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Last Updated: Thursday, 8 June 2006, 13:59 GMT 14:59 UK
Scott's will sold off for 6,600
Walter Scott's will
The draft copy of Sir Walter Scott's will sold for 6,600
A draft of Sir Walter Scott's last will and testament has been sold at auction in London for 6,600.

The document - drawn up in Edinburgh a year before his death - includes some 84 words of alteration and amendment written by the author himself.

Drafted in 1831, the will outlines the difficult financial situation the writer found himself in with regard to his home at Abbotsford near Melrose.

Auctioneers Christie's confirmed the will had sold to an unnamed bidder.

The majority of the 20-page document was written by JG Wood with a few notes by Scott, including a signature and statement by the author to approve the will.

My bequests must many of them seem hypothetical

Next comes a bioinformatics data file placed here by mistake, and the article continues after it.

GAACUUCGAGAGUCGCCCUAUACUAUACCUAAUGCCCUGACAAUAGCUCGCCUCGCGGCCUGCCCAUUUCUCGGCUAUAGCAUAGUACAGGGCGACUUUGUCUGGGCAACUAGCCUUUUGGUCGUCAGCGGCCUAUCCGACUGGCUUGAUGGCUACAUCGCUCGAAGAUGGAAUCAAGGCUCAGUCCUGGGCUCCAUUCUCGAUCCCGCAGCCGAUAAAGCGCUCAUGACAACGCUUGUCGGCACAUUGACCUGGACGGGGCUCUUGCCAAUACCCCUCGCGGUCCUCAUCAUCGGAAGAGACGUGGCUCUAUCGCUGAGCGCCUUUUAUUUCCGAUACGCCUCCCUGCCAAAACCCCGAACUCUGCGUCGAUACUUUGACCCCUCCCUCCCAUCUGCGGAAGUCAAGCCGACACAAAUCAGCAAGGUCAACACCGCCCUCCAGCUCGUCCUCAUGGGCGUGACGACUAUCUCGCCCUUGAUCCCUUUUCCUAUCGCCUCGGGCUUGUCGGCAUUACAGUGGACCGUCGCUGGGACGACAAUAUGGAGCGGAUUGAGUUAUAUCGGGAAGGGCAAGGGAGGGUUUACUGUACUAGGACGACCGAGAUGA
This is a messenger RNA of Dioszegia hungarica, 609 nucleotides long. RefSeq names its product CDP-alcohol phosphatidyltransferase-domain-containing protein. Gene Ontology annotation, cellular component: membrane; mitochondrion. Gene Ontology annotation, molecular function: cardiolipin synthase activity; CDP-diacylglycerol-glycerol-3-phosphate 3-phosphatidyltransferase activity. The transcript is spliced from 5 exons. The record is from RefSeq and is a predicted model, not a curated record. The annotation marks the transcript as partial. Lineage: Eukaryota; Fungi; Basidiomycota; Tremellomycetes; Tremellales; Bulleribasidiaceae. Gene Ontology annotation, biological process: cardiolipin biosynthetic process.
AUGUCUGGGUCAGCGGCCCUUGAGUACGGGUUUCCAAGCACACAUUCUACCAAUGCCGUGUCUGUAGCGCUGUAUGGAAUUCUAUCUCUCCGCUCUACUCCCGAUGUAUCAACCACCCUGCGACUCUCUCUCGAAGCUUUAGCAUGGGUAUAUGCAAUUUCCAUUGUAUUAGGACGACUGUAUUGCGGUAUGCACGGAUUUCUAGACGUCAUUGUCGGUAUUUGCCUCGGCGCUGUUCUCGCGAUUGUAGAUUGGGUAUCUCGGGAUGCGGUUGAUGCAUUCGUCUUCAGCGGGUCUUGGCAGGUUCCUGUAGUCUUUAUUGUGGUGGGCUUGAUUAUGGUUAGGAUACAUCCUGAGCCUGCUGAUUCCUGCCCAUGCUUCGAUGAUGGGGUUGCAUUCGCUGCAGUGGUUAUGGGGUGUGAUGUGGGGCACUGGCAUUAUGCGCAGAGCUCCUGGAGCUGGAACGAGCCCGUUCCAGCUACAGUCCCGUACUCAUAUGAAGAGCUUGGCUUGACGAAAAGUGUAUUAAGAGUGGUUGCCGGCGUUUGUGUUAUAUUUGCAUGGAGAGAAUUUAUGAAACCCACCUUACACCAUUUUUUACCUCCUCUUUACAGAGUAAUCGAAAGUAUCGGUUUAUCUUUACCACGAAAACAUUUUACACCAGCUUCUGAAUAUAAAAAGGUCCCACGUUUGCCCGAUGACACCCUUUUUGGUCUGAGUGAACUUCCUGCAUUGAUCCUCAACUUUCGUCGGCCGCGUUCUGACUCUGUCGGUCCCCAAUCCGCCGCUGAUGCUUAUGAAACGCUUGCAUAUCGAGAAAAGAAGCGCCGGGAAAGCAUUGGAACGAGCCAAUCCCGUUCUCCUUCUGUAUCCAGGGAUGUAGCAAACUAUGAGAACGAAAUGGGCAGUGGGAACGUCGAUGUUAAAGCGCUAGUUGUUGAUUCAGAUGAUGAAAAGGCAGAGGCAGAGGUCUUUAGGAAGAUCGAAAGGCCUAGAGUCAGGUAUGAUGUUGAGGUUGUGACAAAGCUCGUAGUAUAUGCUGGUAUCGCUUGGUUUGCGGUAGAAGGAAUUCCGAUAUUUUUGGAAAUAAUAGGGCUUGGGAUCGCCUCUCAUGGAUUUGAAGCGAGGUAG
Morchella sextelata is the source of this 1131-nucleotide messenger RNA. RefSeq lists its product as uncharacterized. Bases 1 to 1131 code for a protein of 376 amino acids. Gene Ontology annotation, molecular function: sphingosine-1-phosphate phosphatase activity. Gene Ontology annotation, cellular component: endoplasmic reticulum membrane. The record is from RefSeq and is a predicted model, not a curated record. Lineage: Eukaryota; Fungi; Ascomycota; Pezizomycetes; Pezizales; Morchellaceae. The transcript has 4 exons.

Sir Walter Scott

"Upon serious consideration this draft seems to reach the several purposes which I entertain and I will be glad Mr Wood has it ingrossed," it reads.

Scott's decision to draw up his will was prompted by a meeting of his creditors on 17 November 1830.

It gave a favourable report on his paying the substantial debts he had incurred in 1826 on the collapse of the publishers James Ballantyne & Co.

In his own diary Scott admitted that due to his financial situation: "my bequests must many of them seem hypothetical".

In the will Scott leaves his estate to his sons, Walter and Charles, and son-in-law, John Gibson Lockhart.

Abbotsford House
Scott made provision for paying off the mortgage at Abbotsford

It also specifies that the library, museum and household goods at Abbotsford were to be assigned to his eldest son in exchange for 5,000 to be divided between his other children.

The will mentions copyrights of his late works and foresees paying off his debts within "four or six years".

After that the copyrights were to be used to pay off the 10,000 mortgage on Abbotsford and any excess divided between his children.

Scott advises his heirs "not to part with any part of this property rashly".

He also asks them to continue the "mutual affection ... which has gone so far as to make me a happy father".

His son-in-law is named as literary executor with tasks of drawing up a number of works for publication "which may be done with a prospect of considerable advantage".

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